I don’t have a lot to add to this, except to a few scriptural phrases it evokes for me.

“…beginning to sink, he cried, saying, Lord, save me.” (Peter to Jesus, Matt 14:30)

” And now, O God, what shall we say after all this?” (Ezra’s prayer in Ezra 9, my translation here)

It’s an excellent sermon. A Robe, a Ring, and a Fatted Calf

 

 

 

9 Responses to Quotes of Note- Elder Holland on Boats and Struggling Swimmers

  1. Ray on December 7, 2011 at 8:50 am

    Reminds me of a kid in our ward who the other kids pick on and call “gay” and other derogative terms. Maybe he is gay, I don’t know, but it breaks my heart to think that this kid or any kid cannot feel safe in his own ward. If we can’t be safe in our own ward, protected, loved unconditionally, sheltered from the evils and cruelties of the outside world, then what good is a ward anyway?

  2. Jax on December 7, 2011 at 9:28 am

    I have this one on my Ipod now and have enjoyed listening to it many times.

    I used to see a group of my high school friends quite regularly. We would get together every 3-4 months and have a party/games with our families. But one particular guy would always bring up the stupid things we did in H.S. “Do you remember doing X,Y,Z? Lucky we weren’t arrested…” Every time he brought it up, and never let any of us forget things that we would never do again and had put behind us through repentence. He wouldn’t/couldn’t let anyone put the past behind them. The first time I heard this talk by Holland I thought of him.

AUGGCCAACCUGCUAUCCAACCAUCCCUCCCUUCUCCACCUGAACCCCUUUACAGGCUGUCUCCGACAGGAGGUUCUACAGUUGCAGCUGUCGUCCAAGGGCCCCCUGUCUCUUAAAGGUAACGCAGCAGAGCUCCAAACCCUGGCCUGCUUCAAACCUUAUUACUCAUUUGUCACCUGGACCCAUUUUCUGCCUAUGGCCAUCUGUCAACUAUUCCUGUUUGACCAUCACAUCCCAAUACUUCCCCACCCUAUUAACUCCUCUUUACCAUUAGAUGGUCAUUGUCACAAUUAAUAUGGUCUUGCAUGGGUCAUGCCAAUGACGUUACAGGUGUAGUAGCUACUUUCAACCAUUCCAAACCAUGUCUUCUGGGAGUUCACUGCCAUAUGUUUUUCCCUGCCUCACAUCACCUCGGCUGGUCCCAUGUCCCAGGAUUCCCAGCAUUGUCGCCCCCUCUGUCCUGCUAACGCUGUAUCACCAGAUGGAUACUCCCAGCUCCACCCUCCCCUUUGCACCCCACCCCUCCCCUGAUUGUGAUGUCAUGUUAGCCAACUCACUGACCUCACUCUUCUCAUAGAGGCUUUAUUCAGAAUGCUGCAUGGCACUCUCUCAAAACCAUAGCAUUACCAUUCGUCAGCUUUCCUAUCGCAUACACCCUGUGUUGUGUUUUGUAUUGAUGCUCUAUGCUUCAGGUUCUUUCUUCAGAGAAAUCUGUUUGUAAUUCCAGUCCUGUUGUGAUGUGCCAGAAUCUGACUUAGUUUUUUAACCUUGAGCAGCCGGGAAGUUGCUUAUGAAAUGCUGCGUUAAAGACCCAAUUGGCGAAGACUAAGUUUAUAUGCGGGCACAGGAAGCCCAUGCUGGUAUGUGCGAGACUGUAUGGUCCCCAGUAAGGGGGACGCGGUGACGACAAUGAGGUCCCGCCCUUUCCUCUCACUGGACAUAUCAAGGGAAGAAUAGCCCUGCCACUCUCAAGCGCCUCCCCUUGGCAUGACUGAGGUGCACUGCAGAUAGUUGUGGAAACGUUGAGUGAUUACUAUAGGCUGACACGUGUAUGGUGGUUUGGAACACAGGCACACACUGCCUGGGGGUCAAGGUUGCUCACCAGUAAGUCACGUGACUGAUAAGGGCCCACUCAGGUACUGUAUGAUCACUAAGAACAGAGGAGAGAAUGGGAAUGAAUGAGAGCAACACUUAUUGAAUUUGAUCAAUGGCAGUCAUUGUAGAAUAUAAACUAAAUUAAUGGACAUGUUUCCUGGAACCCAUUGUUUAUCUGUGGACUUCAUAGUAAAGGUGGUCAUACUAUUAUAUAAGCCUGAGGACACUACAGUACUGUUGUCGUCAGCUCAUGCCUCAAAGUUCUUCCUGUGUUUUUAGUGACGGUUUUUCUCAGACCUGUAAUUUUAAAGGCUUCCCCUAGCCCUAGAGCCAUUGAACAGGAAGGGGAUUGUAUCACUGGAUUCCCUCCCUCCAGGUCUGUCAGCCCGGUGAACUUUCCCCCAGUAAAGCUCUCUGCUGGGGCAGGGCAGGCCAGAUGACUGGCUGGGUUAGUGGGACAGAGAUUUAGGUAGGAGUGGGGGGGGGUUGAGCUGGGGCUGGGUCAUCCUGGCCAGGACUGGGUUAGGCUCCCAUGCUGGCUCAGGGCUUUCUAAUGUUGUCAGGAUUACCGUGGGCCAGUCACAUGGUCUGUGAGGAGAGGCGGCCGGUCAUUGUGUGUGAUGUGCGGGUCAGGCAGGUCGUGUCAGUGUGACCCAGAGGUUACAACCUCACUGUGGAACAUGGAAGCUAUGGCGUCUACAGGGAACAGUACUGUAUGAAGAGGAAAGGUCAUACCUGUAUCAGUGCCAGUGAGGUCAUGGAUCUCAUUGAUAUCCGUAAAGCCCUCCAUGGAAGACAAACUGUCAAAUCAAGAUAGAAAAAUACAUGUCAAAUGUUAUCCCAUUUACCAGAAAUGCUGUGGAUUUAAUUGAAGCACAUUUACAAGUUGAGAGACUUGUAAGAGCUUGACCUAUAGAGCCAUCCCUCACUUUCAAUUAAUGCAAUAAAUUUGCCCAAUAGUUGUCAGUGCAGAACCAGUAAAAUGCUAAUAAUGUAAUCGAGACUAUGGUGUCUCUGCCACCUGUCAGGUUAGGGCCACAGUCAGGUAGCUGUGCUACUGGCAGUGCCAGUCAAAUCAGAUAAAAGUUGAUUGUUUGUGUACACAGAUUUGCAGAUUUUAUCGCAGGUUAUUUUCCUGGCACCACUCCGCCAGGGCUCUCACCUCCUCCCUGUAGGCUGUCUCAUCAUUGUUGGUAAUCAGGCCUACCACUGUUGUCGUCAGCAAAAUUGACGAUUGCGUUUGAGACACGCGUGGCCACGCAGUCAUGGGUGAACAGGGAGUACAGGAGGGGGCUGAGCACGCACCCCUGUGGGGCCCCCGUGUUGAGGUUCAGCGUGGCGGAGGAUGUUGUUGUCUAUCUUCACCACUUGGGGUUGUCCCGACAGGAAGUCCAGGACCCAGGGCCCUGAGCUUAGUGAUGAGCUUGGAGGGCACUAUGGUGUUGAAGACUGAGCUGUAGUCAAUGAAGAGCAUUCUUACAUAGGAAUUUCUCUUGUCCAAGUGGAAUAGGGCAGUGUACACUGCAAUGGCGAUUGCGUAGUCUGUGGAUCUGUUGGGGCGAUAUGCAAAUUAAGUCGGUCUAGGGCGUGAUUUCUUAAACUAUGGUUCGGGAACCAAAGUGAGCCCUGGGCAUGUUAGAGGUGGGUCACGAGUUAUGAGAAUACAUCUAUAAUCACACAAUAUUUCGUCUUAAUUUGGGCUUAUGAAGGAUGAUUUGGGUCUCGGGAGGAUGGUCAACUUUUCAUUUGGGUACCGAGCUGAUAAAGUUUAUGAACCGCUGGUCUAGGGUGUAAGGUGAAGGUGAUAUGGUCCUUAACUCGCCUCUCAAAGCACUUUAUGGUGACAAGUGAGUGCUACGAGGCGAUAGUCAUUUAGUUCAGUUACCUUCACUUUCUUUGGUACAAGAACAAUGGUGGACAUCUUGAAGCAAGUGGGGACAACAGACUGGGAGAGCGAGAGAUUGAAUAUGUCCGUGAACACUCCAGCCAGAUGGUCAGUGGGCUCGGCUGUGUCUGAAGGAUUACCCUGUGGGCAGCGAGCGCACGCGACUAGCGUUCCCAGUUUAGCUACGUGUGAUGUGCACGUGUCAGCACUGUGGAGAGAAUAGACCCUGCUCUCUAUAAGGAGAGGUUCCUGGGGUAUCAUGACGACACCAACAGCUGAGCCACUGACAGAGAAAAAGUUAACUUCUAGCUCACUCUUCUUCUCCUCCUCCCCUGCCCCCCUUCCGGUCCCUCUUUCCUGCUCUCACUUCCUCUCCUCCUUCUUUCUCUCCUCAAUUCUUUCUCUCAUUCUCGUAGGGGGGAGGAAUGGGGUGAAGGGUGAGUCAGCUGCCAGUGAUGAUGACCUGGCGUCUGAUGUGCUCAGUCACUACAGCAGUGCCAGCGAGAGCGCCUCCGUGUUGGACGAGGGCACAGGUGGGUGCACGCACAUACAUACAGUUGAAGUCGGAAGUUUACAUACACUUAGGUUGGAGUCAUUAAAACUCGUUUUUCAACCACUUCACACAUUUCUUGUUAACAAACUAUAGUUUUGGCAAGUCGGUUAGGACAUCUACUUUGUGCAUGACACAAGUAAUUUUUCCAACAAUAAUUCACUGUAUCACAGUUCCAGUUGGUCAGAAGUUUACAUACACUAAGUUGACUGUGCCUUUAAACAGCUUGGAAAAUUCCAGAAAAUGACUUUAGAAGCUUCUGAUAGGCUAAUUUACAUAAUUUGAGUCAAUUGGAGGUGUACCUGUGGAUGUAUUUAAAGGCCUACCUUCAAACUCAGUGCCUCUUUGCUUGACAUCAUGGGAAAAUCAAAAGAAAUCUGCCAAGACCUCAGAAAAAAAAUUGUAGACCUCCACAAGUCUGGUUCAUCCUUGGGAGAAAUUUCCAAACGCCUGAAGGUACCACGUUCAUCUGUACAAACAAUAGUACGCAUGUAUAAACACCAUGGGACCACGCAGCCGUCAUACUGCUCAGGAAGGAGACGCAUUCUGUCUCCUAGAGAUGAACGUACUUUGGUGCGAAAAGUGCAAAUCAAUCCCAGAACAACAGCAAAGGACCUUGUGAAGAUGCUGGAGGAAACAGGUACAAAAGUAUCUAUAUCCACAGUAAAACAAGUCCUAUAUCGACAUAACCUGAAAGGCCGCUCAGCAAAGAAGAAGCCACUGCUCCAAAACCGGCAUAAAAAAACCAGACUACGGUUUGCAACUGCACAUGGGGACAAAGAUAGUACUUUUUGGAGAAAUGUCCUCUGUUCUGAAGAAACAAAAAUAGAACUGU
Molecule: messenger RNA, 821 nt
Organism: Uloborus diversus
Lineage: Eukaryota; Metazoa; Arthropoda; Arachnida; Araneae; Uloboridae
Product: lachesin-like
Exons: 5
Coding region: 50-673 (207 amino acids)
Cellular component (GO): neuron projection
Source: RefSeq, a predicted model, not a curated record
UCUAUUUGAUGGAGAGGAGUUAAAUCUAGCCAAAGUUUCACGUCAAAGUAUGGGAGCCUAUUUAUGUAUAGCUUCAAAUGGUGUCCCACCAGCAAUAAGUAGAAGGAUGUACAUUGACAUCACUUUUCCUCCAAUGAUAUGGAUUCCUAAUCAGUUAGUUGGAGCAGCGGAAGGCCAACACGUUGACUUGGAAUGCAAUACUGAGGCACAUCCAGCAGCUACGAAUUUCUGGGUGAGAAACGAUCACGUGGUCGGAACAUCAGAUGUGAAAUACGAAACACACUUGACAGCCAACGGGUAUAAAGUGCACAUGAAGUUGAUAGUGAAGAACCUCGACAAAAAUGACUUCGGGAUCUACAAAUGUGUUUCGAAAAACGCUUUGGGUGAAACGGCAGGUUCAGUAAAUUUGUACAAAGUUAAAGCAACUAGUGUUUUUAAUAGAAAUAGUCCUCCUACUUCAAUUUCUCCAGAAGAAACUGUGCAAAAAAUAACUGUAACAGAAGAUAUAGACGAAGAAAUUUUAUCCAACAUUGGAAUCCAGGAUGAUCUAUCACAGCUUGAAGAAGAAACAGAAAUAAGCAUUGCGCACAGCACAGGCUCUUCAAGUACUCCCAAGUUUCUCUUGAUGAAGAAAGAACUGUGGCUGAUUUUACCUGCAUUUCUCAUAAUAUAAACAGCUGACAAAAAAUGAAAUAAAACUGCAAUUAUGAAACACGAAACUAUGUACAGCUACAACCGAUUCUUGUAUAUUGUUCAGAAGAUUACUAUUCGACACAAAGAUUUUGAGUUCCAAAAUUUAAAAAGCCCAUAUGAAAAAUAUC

3. Rachel Whipple on December 7, 2011 at 9:43 am

    I am very good at forgetting who I was. Part of the reason I don’t want to live in my tiny hometown again is that I like who I am now. And it is a little awkward when people I knew in the past come up to me and share an anecdote that I was apparently a part of, but of which I have no recollection. Sorry, friend. I remember you, but I didn’t hold on to that memory of myself.

  4. Steve O on December 7, 2011 at 10:38 am

    Without having read this exact sermon, it sound a lot like the one Elder Holland gave (also based on the Prodigal Son) in the April 2002 General Conference. That is, perhaps, (or at least until I read this one), my most beloved General Conference sermon of all time.

  5. @UtMormonDemoGuy on December 7, 2011 at 11:31 am

    A masterpiece sermon. It moves me every time I read it. It really helped me understand the connection between love and forgiveness.

  6. SP on December 7, 2011 at 3:49 pm